Pharmacy of Vardzia



Vardzia cave monastery (fortress city) is interesting because of many reasons. It is located in southwest Georgia, in historic Meskheti. The site is carved in tiers, at the height of over 100 meters.  The number of tiers ranges from 3 to 13. It has over 600 storage spaces. There are cenacles, pantries, supplementarycells, 25 storage cellars, 185 kvevris.

The erection of Vardzia is related to the king Giorgi the third (1156-1184) – general plan of construction and its further refinement. At the time of his reign, houses and the church was to be carved near the spring. After his death (1184) the plan was partially modified in accordance with the instructions of the king Tamar. On August 15, 1185, the monastery was consecrated to Dormition of the Mother of God. At the time of the king Tamar’s rule (1184-1213), Vardzia played an important role in the cultural-educational and political life of the country.

According to the scientific literature, the layout of the caves are dived in three sections. The central part includes the relatively small group of densely arranged caves between the two arch stoas of the southern wall of the Church of the Dormition and the belfry. Here, below the belfry, there is a cave with winepress and a cenacle one floor below.

The second section, located to the west of the central part of the monastery is so called rock village of the earlier period (X-XII centuries)- Ananuri, which preserved interesting two floor rock house with garden and vineyard terraces, X century church with XVI century wall paintings, big tunnel of irrigation canal of 3,5 meters carved in rock and other important units.

The third section includes caves and downward tunnel located on the length of 150 meters to the east of the central part which has also been well preserved. There is a Monastery with refuge and its tunnel, so called “Tamar’s room”, meeting room, reception chamber and pharmacy, numerous wine cellars and well preserved cave dwellings.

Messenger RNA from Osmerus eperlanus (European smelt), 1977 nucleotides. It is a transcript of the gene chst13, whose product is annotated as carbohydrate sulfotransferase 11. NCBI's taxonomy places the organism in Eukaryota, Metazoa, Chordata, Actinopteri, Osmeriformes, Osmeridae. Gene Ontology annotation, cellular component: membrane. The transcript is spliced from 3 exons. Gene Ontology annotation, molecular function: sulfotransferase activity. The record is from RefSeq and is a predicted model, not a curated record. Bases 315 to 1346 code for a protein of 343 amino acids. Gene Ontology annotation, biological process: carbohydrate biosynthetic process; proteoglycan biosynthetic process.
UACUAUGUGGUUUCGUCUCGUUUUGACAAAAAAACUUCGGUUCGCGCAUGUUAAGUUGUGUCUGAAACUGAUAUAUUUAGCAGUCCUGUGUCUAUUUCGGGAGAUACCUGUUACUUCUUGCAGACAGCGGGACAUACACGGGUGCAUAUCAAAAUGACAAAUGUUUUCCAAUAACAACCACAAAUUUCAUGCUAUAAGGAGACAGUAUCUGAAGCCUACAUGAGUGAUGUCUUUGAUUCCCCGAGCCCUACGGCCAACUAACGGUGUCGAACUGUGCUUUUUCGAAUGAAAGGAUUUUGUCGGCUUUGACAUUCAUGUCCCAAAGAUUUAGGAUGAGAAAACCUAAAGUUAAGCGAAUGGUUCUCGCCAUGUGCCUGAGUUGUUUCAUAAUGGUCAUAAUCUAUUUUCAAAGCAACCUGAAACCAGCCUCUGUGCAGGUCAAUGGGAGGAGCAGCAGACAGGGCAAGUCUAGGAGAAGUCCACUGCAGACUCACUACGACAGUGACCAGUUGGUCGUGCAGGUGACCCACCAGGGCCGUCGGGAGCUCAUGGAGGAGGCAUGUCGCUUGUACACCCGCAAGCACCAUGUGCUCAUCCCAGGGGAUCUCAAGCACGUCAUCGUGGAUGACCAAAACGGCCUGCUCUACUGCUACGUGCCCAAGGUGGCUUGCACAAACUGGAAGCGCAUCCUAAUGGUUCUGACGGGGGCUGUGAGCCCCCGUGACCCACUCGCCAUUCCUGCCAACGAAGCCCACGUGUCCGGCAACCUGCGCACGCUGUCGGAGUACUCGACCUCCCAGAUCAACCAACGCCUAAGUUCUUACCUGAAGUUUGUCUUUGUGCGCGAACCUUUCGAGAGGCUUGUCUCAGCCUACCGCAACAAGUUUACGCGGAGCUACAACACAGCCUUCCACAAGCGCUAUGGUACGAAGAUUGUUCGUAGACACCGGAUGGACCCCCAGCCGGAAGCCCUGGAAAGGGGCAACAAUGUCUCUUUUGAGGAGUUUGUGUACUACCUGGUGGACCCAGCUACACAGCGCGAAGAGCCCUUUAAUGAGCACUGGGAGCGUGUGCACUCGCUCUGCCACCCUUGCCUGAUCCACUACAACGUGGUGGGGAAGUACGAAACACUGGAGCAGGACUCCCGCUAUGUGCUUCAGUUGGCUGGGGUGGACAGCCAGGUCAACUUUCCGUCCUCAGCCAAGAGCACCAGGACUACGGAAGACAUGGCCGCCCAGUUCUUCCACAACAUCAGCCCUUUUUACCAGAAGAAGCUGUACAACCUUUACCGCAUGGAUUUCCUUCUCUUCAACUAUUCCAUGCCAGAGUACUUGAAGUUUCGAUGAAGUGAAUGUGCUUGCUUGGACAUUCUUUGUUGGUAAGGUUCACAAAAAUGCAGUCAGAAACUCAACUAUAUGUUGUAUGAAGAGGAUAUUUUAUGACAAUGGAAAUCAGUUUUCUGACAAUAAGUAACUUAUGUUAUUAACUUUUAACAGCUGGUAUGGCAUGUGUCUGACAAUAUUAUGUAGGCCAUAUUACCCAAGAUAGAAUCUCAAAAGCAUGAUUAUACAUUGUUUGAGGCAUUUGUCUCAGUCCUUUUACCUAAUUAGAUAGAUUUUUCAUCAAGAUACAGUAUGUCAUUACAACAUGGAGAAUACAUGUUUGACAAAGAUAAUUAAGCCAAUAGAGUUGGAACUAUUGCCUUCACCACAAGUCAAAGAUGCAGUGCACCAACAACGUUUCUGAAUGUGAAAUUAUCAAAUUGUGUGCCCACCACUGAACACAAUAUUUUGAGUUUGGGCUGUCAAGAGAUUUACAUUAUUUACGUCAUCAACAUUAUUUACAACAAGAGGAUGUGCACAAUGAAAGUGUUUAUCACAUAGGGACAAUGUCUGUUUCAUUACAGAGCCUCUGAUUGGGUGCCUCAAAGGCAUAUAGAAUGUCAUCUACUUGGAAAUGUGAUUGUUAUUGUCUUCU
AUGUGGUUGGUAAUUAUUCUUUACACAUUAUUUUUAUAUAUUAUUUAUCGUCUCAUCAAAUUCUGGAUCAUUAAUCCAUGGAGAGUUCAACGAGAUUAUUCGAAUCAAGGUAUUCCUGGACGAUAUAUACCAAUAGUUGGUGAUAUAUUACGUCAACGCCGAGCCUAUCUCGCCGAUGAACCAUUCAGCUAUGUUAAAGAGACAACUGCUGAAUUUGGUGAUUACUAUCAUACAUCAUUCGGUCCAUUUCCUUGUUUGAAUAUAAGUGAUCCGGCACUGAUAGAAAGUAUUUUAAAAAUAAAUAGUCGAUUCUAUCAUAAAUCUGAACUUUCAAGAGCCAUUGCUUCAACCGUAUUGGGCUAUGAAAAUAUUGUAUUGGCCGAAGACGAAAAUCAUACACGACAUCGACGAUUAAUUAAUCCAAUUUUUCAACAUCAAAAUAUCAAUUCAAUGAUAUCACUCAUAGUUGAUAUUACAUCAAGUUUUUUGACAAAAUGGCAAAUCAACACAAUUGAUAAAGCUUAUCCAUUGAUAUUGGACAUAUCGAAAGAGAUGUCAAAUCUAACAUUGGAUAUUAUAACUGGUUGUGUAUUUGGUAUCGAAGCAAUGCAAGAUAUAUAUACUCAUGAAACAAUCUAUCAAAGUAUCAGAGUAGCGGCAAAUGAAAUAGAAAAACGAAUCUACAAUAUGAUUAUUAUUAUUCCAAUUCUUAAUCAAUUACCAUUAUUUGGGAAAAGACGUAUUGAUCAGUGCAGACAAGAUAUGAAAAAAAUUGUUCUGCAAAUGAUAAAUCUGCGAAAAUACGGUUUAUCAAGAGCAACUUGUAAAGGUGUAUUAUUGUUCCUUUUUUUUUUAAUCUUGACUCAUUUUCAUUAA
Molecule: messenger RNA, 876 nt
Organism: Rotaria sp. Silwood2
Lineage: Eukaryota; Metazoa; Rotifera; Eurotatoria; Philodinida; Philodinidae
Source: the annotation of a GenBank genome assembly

The pharmacy is located on VI floor (15-20 m2 room). Its walls have 265 niches of the same size with horizontal bottom and crescent arches. Presumably each niche was designated for one healing solution. It seems that together with such a big pharmacy Vardzia also had a hospital. The opinion is verified by the big number (thousands) of monks and support personnel who lived on the nearby territory. The pharmacy equipment of this period is very diverse and include: Dishes, cups of various shapes, crushing bowls, double-bottom ceramic vessels, a clay pots with snake images, various crushers, copper boilers, scales of different sizes and so on. The pharmacy retained medicine in different forms: pills, powders, ointments, tablets, antidotes, activated charcoal and etc.

Without a doubt, a pharmacy existed not only in Vardzia. In upper Vardzia cave, which is in Mtkvari, valley of Erusheti mountains and is three kilometers away from the main section of Vardzia, there is a three room house of medicine, built in 1042-1058 during the rule of Liparit II Bagvashi.

The typikon of Vani’s Caves Monastery, composed in XIII century by Tmogvels has been preserved. The typikon reveals that there was an infirmary in Vani Caves, the statute of which envisaged the positions of healers, rules for caring for the sick and injured three times a day, for feeding them and carrying out other necessary tasks.

If Vani’s Caves Monastery (which is smaller than Vardzia) had the infirmary in its structure, even if it was functioning only for nuns, Vardzia must have had a bigger infirmary, which is also evidenced by the existence of its pharmacy. The abovementioned paragraph of the typikon is interesting, because it gives procedures for attending to the patients, which is not provided in any other historic sources or medical manuscripts of that period.

Later, the renowned Georgian doctor and public figure, Zaza Panaskerteli-Cicishvili also operated a similar pharmacy in his estates, which gives a feeling of tradition and special status.

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